Create a Feedback Process

Smart businesses use processes so they don’t solve the same problems over and over.

Create, document and implement a system to deal with negative feedback, especially if you have a large team. The process should tackle negative feedback immediately in a consistent manner.

As CSM Wire suggests, this feedback process should integrate with your customer success team. “The customer success team should also develop a library of standard messaging that can be quickly accessed during an urgent situation. Standard update and maintenance communications can be customized as necessary.”

Feedback is so important, in fact, that seeking feedback should be a part of your process. Social media is a good tool for this, but it’s also smart to build features into your app for immediate communication, like live chat, review prompts, and popup surveys.

You can build a customer service policy that deftly handles negative feedback and turns those customers into loyal fans. Download our guide to learn how.

The Takeaway

The key to handling negative feedback is to not sit idle.

If you receive feedback and fail to address it, the likelihood of churn skyrockets. Even if the problem wasn’t a big deal to the customer, your unwillingness to address it exacerbates the problem. Suddenly the customer feels unappreciated and unvalued. Instead of a polite “I need help” email, the customer publically criticizes your company on social media. Not good.

If you respond to your upset users and continually refine your process for handling feedback, you’ll retain users and squash your churn.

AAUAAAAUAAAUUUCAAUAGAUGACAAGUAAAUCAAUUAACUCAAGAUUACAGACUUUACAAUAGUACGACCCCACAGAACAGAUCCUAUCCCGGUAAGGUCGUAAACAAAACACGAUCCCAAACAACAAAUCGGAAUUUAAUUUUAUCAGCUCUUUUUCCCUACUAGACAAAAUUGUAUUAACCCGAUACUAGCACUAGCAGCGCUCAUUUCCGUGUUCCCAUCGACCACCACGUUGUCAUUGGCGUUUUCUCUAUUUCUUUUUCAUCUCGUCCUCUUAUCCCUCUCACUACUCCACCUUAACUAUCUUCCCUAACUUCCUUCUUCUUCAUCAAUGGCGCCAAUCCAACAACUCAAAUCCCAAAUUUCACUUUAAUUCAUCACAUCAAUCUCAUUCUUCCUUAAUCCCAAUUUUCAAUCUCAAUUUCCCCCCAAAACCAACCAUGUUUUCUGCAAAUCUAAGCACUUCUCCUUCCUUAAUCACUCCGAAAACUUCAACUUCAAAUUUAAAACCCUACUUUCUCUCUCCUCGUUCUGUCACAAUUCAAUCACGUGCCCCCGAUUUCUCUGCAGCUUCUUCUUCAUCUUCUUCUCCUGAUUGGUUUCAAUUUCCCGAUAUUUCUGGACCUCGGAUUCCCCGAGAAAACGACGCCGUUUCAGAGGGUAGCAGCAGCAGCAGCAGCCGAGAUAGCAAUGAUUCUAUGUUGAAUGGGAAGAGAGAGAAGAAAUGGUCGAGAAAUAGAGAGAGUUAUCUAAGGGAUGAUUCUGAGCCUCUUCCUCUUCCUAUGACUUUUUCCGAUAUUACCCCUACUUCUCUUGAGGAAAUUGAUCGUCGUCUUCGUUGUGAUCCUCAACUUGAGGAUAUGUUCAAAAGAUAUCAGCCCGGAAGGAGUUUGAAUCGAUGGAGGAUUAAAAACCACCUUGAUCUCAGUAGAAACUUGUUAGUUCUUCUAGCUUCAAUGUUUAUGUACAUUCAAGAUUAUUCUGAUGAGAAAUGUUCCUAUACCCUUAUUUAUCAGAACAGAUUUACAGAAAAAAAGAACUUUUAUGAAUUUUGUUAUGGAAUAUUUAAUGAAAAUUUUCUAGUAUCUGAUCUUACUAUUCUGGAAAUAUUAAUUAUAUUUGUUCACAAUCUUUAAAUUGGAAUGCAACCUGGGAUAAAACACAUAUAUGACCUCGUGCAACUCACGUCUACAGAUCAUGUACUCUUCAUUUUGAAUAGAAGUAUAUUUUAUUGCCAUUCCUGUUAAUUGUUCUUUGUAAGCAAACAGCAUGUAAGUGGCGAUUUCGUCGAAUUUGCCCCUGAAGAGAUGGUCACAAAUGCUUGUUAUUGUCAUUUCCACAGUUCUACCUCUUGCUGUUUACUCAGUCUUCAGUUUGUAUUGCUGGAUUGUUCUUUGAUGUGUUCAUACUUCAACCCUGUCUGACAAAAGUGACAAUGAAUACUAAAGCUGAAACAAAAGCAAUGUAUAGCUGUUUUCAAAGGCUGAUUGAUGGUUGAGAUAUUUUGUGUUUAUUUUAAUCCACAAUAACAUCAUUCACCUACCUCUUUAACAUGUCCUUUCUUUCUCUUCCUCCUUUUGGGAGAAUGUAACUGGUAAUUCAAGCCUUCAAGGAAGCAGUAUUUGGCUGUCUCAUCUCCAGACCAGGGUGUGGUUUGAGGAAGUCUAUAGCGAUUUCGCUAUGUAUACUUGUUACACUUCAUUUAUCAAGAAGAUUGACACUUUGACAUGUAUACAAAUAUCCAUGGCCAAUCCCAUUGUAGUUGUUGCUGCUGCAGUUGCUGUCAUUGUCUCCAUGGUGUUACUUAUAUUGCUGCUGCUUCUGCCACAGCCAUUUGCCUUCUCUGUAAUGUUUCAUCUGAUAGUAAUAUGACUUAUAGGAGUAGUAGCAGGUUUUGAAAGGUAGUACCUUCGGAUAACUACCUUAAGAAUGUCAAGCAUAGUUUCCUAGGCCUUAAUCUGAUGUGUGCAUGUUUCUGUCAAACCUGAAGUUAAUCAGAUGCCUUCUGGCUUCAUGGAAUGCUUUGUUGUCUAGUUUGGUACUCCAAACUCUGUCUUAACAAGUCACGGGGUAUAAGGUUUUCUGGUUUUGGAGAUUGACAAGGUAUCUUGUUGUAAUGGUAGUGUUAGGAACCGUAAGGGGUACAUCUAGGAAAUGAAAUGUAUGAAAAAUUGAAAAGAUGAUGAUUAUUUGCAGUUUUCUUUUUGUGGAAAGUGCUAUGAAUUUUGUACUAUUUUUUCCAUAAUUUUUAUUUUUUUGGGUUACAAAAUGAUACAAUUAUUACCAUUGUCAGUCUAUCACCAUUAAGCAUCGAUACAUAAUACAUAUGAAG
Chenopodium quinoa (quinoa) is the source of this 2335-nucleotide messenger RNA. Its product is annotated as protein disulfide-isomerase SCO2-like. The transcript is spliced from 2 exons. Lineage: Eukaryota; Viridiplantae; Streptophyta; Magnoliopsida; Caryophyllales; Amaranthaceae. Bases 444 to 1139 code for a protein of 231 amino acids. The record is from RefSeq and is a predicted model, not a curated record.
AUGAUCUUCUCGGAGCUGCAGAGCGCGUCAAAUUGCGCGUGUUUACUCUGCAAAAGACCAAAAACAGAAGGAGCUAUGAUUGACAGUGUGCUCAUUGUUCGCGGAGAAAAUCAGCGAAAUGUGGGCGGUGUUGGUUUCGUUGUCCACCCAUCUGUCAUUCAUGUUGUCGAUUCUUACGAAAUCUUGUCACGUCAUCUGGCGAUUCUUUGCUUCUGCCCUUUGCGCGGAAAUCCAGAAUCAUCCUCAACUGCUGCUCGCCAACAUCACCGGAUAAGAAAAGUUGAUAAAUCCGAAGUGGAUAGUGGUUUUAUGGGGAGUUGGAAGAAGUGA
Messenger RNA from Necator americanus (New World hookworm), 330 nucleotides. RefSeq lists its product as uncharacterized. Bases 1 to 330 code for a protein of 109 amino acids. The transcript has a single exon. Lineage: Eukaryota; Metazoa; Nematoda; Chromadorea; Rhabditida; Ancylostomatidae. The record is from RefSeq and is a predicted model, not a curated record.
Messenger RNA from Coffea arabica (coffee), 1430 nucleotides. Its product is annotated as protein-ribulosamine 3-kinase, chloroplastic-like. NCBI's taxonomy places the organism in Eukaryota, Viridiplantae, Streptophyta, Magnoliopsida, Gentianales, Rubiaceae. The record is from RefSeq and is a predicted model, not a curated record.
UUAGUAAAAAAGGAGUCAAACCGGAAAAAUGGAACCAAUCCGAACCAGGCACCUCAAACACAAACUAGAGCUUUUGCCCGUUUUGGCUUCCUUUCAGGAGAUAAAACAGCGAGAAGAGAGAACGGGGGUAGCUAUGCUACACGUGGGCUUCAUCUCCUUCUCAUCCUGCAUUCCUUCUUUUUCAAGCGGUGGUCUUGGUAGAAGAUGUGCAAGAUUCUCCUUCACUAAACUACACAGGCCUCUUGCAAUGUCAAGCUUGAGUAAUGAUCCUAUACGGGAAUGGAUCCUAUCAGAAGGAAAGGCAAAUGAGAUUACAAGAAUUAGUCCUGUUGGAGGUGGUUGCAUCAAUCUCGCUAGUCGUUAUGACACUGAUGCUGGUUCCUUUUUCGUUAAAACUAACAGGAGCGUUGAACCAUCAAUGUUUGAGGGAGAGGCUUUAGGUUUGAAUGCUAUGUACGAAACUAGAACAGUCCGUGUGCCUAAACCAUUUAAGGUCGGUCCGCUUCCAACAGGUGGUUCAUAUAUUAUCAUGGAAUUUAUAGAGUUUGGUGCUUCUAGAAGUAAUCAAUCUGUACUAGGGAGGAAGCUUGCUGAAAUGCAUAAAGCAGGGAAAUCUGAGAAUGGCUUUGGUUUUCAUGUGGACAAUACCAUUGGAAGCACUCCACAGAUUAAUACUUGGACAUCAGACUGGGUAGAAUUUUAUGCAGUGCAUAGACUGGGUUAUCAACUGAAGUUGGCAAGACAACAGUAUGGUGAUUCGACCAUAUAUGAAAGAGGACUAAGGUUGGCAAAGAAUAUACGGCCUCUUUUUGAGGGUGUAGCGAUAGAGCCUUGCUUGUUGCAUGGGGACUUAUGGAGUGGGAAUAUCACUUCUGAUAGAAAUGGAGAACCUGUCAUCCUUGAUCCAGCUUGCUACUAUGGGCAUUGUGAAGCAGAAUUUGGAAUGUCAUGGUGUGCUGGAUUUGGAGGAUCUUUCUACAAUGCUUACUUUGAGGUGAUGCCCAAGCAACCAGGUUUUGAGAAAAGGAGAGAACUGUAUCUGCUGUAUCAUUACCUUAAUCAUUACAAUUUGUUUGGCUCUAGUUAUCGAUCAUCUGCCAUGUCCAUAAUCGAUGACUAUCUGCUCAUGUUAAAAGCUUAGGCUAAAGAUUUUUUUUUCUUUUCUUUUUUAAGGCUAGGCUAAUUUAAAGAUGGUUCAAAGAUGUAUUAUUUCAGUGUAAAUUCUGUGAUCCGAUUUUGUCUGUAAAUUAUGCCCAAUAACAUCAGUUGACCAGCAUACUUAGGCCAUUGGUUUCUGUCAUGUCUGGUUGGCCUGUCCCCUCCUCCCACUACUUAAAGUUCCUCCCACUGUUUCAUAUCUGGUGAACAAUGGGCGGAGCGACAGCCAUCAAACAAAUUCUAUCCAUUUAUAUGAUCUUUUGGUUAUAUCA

7 Mistakes You’re Making in Retaining Your Customers

Monday, October 17th, 2016

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Does your SaaS have a “leakage” problem?

Retention and churn figures go hand in hand and are key metrics for SaaS, yet knowing what they are and doing something about them are quite different things. Many SaaS are failing miserably when it comes to retention and find themselves in a routine pattern of trying to plug up a leaky boat.

Need a quick retention checklist? Get ours here:

If your SaaS is one of those, you may be making one of these critical mistakes which impact your retention:

#1. Your Key Focus Is Acquisition

When you think of the analogy of a sales funnel, where your new acquisitions come in at the top and the width narrows on the way through as fewer people move all the way through with you, retention problems can be akin to having a hole at the bottom of your funnel.

It doesn’t matter how many new acquisitions you keep pulling in at the top if you have that leakage problem at the bottom.

One of the important things to remember is that churn isn’t the problem, it’s the symptom of something else going on in your business. For example, if your focus is largely acquisition, but you’re then leaving customers to fend for themselves once you’ve got them onboard, there’s a good chance you’ll see this result in churn issues.

Of course you need to give focus to acquisition, but that’s not where your plan should end. Customer success journey mapping is a great strategy for laying out a plan which will give you that holistic view of how the customer moves through your organization, not just a view which says “get them onboard at all costs.”

Client Success looked at journey mapping recently and defined some best practices for preparing maps:

  1. Always look at the journey from the customer perspective.
  2. Identify any handoffs between departments in your customer journey.
  3. Define your customer success milestones.
  4. Share your map with trusted clients and have them validate it.
  5. Measure and optimize regularly.